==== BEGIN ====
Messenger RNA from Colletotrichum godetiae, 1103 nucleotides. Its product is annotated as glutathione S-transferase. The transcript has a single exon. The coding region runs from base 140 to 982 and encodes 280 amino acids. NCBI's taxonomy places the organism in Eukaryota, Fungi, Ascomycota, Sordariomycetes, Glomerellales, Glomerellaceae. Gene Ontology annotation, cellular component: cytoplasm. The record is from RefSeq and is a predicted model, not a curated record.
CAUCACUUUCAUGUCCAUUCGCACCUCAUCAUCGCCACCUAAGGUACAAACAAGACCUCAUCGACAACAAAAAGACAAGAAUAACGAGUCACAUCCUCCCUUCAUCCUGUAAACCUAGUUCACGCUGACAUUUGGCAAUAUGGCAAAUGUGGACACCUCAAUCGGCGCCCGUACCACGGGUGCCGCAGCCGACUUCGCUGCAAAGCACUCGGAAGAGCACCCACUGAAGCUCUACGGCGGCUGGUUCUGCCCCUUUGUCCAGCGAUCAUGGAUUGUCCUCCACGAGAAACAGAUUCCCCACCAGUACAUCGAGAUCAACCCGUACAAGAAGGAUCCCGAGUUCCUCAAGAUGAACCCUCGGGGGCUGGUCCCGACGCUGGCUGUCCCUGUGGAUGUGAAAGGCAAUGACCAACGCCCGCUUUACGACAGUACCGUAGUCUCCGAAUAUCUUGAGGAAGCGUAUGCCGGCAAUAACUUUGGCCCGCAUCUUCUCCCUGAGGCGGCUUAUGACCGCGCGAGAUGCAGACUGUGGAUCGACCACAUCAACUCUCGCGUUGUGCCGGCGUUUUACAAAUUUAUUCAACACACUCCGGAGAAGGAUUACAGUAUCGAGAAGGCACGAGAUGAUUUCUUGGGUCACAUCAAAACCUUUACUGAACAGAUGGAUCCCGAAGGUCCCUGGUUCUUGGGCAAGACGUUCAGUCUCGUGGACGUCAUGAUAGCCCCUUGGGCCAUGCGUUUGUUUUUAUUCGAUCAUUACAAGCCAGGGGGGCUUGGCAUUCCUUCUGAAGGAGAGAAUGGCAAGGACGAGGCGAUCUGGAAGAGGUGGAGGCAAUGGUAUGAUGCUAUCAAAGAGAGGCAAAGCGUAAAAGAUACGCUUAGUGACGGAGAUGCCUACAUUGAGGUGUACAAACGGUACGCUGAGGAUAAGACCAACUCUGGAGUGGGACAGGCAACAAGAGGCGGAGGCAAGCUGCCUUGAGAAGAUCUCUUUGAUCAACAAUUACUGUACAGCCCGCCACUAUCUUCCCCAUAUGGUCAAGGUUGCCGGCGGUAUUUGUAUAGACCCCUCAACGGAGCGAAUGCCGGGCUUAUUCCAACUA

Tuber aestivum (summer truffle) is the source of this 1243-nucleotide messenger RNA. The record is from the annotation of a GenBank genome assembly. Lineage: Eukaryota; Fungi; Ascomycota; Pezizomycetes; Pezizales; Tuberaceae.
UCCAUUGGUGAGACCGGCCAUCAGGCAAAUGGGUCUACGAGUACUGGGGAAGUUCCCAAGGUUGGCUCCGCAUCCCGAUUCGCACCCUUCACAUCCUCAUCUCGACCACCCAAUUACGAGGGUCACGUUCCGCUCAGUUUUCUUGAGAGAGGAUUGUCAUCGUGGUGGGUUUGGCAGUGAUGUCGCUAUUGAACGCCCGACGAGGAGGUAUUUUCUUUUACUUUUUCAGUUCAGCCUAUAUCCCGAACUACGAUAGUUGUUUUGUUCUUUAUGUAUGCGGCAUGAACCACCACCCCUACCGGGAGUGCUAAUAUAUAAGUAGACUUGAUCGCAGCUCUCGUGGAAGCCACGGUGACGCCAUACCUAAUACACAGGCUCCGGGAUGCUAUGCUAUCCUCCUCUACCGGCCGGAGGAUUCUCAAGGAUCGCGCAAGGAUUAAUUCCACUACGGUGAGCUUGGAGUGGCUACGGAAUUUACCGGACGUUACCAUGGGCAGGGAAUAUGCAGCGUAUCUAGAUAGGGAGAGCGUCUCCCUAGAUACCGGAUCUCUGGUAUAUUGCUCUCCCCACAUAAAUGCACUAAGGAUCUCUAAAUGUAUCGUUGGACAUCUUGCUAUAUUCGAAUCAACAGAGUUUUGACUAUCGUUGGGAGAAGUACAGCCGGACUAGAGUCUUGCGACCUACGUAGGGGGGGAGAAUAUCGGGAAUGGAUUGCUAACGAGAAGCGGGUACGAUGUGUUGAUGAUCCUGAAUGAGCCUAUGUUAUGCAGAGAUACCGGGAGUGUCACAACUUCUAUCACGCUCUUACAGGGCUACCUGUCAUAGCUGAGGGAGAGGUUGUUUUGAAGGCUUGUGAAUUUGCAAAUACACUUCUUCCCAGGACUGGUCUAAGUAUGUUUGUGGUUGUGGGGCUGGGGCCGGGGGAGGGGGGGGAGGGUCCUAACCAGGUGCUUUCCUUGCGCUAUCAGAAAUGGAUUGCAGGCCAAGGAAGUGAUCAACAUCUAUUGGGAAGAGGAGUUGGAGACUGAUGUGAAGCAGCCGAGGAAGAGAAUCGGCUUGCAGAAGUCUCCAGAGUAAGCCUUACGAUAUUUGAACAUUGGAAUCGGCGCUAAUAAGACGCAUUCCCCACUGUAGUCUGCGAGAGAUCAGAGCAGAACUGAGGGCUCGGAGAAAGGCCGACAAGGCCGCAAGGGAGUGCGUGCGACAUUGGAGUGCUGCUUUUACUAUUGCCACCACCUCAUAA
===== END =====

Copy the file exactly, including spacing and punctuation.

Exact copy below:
Messenger RNA from Colletotrichum godetiae, 1103 nucleotides. Its product is annotated as glutathione S-transferase. The transcript has a single exon. The coding region runs from base 140 to 982 and encodes 280 amino acids. NCBI's taxonomy places the organism in Eukaryota, Fungi, Ascomycota, Sordariomycetes, Glomerellales, Glomerellaceae. Gene Ontology annotation, cellular component: cytoplasm. The record is from RefSeq and is a predicted model, not a curated record.
CAUCACUUUCAUGUCCAUUCGCACCUCAUCAUCGCCACCUAAGGUACAAACAAGACCUCAUCGACAACAAAAAGACAAGAAUAACGAGUCACAUCCUCCCUUCAUCCUGUAAACCUAGUUCACGCUGACAUUUGGCAAUAUGGCAAAUGUGGACACCUCAAUCGGCGCCCGUACCACGGGUGCCGCAGCCGACUUCGCUGCAAAGCACUCGGAAGAGCACCCACUGAAGCUCUACGGCGGCUGGUUCUGCCCCUUUGUCCAGCGAUCAUGGAUUGUCCUCCACGAGAAACAGAUUCCCCACCAGUACAUCGAGAUCAACCCGUACAAGAAGGAUCCCGAGUUCCUCAAGAUGAACCCUCGGGGGCUGGUCCCGACGCUGGCUGUCCCUGUGGAUGUGAAAGGCAAUGACCAACGCCCGCUUUACGACAGUACCGUAGUCUCCGAAUAUCUUGAGGAAGCGUAUGCCGGCAAUAACUUUGGCCCGCAUCUUCUCCCUGAGGCGGCUUAUGACCGCGCGAGAUGCAGACUGUGGAUCGACCACAUCAACUCUCGCGUUGUGCCGGCGUUUUACAAAUUUAUUCAACACACUCCGGAGAAGGAUUACAGUAUCGAGAAGGCACGAGAUGAUUUCUUGGGUCACAUCAAAACCUUUACUGAACAGAUGGAUCCCGAAGGUCCCUGGUUCUUGGGCAAGACGUUCAGUCUCGUGGACGUCAUGAUAGCCCCUUGGGCCAUGCGUUUGUUUUUAUUCGAUCAUUACAAGCCAGGGGGGCUUGGCAUUCCUUCUGAAGGAGAGAAUGGCAAGGACGAGGCGAUCUGGAAGAGGUGGAGGCAAUGGUAUGAUGCUAUCAAAGAGAGGCAAAGCGUAAAAGAUACGCUUAGUGACGGAGAUGCCUACAUUGAGGUGUACAAACGGUACGCUGAGGAUAAGACCAACUCUGGAGUGGGACAGGCAACAAGAGGCGGAGGCAAGCUGCCUUGAGAAGAUCUCUUUGAUCAACAAUUACUGUACAGCCCGCCACUAUCUUCCCCAUAUGGUCAAGGUUGCCGGCGGUAUUUGUAUAGACCCCUCAACGGAGCGAAUGCCGGGCUUAUUCCAACUA

Tuber aestivum (summer truffle) is the source of this 1243-nucleotide messenger RNA. The record is from the annotation of a GenBank genome assembly. Lineage: Eukaryota; Fungi; Ascomycota; Pezizomycetes; Pezizales; Tuberaceae.
UCCAUUGGUGAGACCGGCCAUCAGGCAAAUGGGUCUACGAGUACUGGGGAAGUUCCCAAGGUUGGCUCCGCAUCCCGAUUCGCACCCUUCACAUCCUCAUCUCGACCACCCAAUUACGAGGGUCACGUUCCGCUCAGUUUUCUUGAGAGAGGAUUGUCAUCGUGGUGGGUUUGGCAGUGAUGUCGCUAUUGAACGCCCGACGAGGAGGUAUUUUCUUUUACUUUUUCAGUUCAGCCUAUAUCCCGAACUACGAUAGUUGUUUUGUUCUUUAUGUAUGCGGCAUGAACCACCACCCCUACCGGGAGUGCUAAUAUAUAAGUAGACUUGAUCGCAGCUCUCGUGGAAGCCACGGUGACGCCAUACCUAAUACACAGGCUCCGGGAUGCUAUGCUAUCCUCCUCUACCGGCCGGAGGAUUCUCAAGGAUCGCGCAAGGAUUAAUUCCACUACGGUGAGCUUGGAGUGGCUACGGAAUUUACCGGACGUUACCAUGGGCAGGGAAUAUGCAGCGUAUCUAGAUAGGGAGAGCGUCUCCCUAGAUACCGGAUCUCUGGUAUAUUGCUCUCCCCACAUAAAUGCACUAAGGAUCUCUAAAUGUAUCGUUGGACAUCUUGCUAUAUUCGAAUCAACAGAGUUUUGACUAUCGUUGGGAGAAGUACAGCCGGACUAGAGUCUUGCGACCUACGUAGGGGGGGAGAAUAUCGGGAAUGGAUUGCUAACGAGAAGCGGGUACGAUGUGUUGAUGAUCCUGAAUGAGCCUAUGUUAUGCAGAGAUACCGGGAGUGUCACAACUUCUAUCACGCUCUUACAGGGCUACCUGUCAUAGCUGAGGGAGAGGUUGUUUUGAAGGCUUGUGAAUUUGCAAAUACACUUCUUCCCAGGACUGGUCUAAGUAUGUUUGUGGUUGUGGGGCUGGGGCCGGGGGAGGGGGGGGAGGGUCCUAACCAGGUGCUUUCCUUGCGCUAUCAGAAAUGGAUUGCAGGCCAAGGAAGUGAUCAACAUCUAUUGGGAAGAGGAGUUGGAGACUGAUGUGAAGCAGCCGAGGAAGAGAAUCGGCUUGCAGAAGUCUCCAGAGUAAGCCUUACGAUAUUUGAACAUUGGAAUCGGCGCUAAUAAGACGCAUUCCCCACUGUAGUCUGCGAGAGAUCAGAGCAGAACUGAGGGCUCGGAGAAAGGCCGACAAGGCCGCAAGGGAGUGCGUGCGACAUUGGAGUGCUGCUUUUACUAUUGCCACCACCUCAUAA